Home / Opinion / Views /  A century back is not as long ago as it may seem
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They say a hundred years is a long time, though there is apparently an English proverb that intones that it will all be the same in a hundred years. Viewed philosophically, 100 years is but a blip in humanity’s long arc of existence. Materially speaking, however, it might be instructive to weigh developments from a century ago to understand the distance travelled—or not—and gauge the progress made. At first glance, much has changed since 1922: industry, telephony, media, medicine, trade, communication, science, entertainment, travel and even the climate. Yet, as some other big events of that year demonstrate, the more things change, the more they have tended to stay the same. A temptation might be to invest dates with a bit of flexibility and compare two public health crises: the Spanish flu epidemic that broke out in 1918 at the end of World War I and the covid outbreak which engulfed the world in 2020 and continues to linger. Progress has been mixed: while the world was able to launch a vaccine in record time for covid, thereby reducing its death count across the world, another oddly-named crisis—monkeypox—has sprung close on its heels.

But, if we are to be rigid about dates, two significant developments from 1922 stand out which should give us some pause for thought. This is the year when the chips of the October 1917 Russian revolution began to fall in place, with the Red Army finally capturing Vladivostok on the eastern coast of Russia’s vast landmass. More significantly, this was a year when the revolution’s architect Vladimir Lenin fell ill and his comrade Josef Stalin was appointed general secretary of the central committee of the Soviet Communist Party. This was crucial because in 1922 Stalin deviated from Lenin’s grand plan for a federal union of states, which had envisaged devolution of power to satellite states, and created a centralized Union of Soviet Socialist Republics, with all power concentrated in the Moscow politburo. After the interregnum of 1990, when these states regained independence, the Russian juggernaut seems to be on the move again, trying to re-establish central control over them, first in Crimea and now in Ukraine. The second major development in 1922 was Weimar Germany’s hyper- inflation, with its currency going from 320 marks to a dollar in the first half of 1922 to 7,400 marks by year-end, resulting in massive unemployment and general impoverishment. This was when Adolf Hitler became the undisputed leader of the Nazi party and leveraged economic distress and the World War snub of Versailles to start amassing popular support for successive putsches. In India, the gruesome Chauri Chaura incident of 1922 strengthened Mahatma Gandhi’s resolve in favour of a non- violent movement to achieve freedom.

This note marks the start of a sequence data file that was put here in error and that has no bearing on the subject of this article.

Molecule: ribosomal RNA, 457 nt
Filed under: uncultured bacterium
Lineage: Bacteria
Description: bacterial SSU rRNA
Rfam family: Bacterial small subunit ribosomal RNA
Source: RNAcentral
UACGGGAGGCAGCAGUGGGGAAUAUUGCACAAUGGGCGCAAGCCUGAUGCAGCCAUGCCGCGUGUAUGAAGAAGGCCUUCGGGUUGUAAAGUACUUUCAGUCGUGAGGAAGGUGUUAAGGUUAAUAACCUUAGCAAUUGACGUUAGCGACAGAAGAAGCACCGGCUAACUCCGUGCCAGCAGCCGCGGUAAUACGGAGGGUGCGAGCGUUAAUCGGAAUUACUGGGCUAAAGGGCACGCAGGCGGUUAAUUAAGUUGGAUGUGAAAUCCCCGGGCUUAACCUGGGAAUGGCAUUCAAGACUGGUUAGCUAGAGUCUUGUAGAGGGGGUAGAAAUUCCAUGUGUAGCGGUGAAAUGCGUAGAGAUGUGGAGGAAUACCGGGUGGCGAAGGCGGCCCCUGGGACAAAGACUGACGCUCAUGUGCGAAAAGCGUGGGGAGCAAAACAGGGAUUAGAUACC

But, like always, the healing touch came from the arts and a shift in cultural understanding. The year saw two landmark publications: James Joyce published his stream-of-consciousness novel Ulysses and T.S. Eliot’s 434-line poem Wasteland firmly established the modernist canon in Western literature. It was also the year Gandhi pleaded guilty to a charge of sedition for his writings, calling Section 124A “perhaps the prince among political sections of the Indian Penal Code designed to suppress the liberty of the citizen." His works, of course, live on. Hopefully, in these fraught times of war, inflation and health insecurity, the arts and culture will continue to offer us a therapeutic touch.

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